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EDITIONS
Wednesday, 5 February, 2003, 15:19 GMT
Prescott's plans: Too little, too late?
Proposed housing sites
Four sites will be targeted for homes

Plans to build hundreds of thousands of new homes in the south-east of England are unlikely take the heat out of the booming property market, estate agents have warned.

It will generate headlines but it will have little affect on the housing market

John Wrigglesworth, property consultant
John Prescott gave the green light in February for a string of developments across the region.

The deputy prime minister has said he wants to ease a chronic housing shortage and provide affordable homes for key workers such as teachers and nurses.

But opinion is divided over whether his plans will have any real impact on property prices - or provide much-needed relief to first-time buyers priced out of the market.

'Too late'

Property consultant John Wrigglesworth said: "It will be akin to putting snowflakes on ice cubes.

If they are not careful they could be building the slums of tomorrow

Graham Harris, estate agent

"It is too little, too late. It has been dragged out for far too long.

"It will generate headlines but it will have little affect on the housing market, because it is spread out over too many years."

London estate agent Graham Harris said he thought Mr Prescott's proposals had "not come a moment too soon".

"It is already five years too late, let's get on with it," he told BBC News Online.

"The (housing) market will absorb it very comfortably, although it must take the steam out of one sector of the market in particular.

"It will help young couples trying to get on the property ladder."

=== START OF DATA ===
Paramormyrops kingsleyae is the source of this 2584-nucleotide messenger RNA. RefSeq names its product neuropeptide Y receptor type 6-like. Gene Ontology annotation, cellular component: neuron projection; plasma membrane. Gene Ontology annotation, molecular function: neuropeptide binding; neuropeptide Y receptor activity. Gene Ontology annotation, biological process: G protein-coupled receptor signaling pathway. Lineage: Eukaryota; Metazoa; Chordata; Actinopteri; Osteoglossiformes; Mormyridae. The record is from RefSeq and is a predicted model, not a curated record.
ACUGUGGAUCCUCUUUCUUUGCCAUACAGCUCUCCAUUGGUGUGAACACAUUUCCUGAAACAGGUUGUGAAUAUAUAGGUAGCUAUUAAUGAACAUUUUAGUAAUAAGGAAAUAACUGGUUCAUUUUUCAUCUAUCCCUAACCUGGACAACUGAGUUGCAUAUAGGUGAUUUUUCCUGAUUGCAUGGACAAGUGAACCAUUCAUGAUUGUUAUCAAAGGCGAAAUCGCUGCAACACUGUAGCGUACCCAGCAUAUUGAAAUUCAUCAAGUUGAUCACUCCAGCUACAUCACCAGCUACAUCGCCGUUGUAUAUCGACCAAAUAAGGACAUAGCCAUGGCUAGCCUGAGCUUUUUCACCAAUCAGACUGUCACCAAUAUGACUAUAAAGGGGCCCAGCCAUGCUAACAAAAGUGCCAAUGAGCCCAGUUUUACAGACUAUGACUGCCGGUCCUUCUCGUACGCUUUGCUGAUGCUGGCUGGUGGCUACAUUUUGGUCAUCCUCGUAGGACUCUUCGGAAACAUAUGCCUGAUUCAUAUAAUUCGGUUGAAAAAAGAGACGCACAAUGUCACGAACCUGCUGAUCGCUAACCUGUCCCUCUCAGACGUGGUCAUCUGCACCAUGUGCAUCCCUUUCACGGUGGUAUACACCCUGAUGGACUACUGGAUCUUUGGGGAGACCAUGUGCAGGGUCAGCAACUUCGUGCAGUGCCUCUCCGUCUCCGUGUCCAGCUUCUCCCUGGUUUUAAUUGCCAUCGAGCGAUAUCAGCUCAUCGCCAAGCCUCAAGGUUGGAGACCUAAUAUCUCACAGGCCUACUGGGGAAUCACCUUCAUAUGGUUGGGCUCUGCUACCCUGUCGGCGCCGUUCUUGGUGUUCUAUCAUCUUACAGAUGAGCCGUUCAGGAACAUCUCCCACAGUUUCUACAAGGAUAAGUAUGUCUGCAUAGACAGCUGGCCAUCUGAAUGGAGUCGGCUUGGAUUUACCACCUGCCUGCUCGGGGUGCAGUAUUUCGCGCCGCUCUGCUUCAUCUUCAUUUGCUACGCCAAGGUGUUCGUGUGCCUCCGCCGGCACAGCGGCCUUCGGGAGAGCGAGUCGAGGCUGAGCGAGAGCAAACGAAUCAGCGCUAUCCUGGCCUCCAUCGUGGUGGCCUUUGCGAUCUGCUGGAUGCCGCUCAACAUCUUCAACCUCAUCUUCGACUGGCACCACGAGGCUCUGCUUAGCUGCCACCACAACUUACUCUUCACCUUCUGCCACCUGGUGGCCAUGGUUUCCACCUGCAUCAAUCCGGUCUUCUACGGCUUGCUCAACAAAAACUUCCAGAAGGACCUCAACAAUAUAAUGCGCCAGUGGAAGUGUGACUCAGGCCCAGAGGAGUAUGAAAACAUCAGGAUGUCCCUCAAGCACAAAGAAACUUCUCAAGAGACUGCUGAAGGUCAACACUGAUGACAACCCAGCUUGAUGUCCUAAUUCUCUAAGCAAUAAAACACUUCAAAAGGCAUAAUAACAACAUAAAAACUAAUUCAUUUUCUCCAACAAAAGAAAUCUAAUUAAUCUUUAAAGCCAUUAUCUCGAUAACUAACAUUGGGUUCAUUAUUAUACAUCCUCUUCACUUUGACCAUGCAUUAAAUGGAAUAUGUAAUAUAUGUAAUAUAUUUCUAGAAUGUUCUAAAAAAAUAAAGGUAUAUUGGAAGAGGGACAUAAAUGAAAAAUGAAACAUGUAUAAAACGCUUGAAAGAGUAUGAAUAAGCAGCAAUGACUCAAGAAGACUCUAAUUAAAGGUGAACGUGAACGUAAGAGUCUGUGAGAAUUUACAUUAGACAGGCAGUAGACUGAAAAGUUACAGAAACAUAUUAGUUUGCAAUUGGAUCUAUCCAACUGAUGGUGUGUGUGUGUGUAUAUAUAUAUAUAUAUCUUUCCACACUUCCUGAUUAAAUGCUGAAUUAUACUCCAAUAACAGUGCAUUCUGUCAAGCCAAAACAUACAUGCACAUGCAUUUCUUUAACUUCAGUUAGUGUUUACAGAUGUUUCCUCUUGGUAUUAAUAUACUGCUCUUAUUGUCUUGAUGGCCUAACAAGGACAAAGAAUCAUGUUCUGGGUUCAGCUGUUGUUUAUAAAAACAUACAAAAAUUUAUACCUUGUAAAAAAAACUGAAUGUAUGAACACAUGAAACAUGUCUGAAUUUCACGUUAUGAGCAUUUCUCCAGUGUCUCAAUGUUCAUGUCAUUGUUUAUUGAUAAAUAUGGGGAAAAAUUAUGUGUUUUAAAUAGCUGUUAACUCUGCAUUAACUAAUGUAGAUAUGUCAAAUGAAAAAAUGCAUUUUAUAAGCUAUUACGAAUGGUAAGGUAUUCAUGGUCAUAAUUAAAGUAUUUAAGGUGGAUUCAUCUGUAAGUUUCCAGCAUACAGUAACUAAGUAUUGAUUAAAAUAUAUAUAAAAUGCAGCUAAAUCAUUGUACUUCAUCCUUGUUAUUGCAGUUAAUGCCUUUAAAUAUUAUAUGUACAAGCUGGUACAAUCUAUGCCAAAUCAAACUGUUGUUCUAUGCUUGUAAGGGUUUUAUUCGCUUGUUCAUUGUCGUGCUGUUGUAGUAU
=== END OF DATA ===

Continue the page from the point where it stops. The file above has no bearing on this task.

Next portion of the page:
Pre-fab fears

But there is also concern that some of the affordable houses will be pre-fabricated, raising fears of 1960s-style slums.

I don't think they have thought it through properly

Melfyn Williams, National Association of Estate Agents

"We need to know more about what these things are going to look like.

"We need to know now what these plans are.

"If they are not careful they could be building the slums of tomorrow," warned Mr Harris.

The rapid increase in house prices in the south-east, which has seen a 25% increase in recent months, was largely down to a shortage of properties, he added.

So any new development would be welcome.

Green sites

But Melfyn Williams, president elect of the National Association of Estate Agents, was more sceptical about the government's proposals.

"I don't think they have thought it through properly.

They need to aim more UK wide, they don't need to just focus on one corner of the British Isles," he said.

He added: "It doesn't help the UK as a whole and its social and economic problems.

"They are just taking away green sites."

'Dormitory towns'

He was also concerned there would not be enough genuinely affordable housing to make a difference to first-time buyers.

Because the new developments are planned over 30 years, the increase in supply will not be enough to have any real effect on property prices, he added.

Meanwhile, John Calcutt, chief executive of housebuilders Crest Nicholson, warned of the need to make the new developments economically independent.

"If you are not going to attract new industries, new business, into these depressed areas, what you are going to have is dormitory towns for London, which is what you don't want."

He said the key to making the new developments sustainable was transport infrastructure.


Talking PointTALKING POINT
Greenfield crisis
Are Prescott's new housing plans sensible?
See also:

05 Feb 03 | England
05 Feb 03 | UK
27 Jan 03 | Business
18 Sep 02 | England
28 Jan 03 | England
18 Jul 02 | Politics
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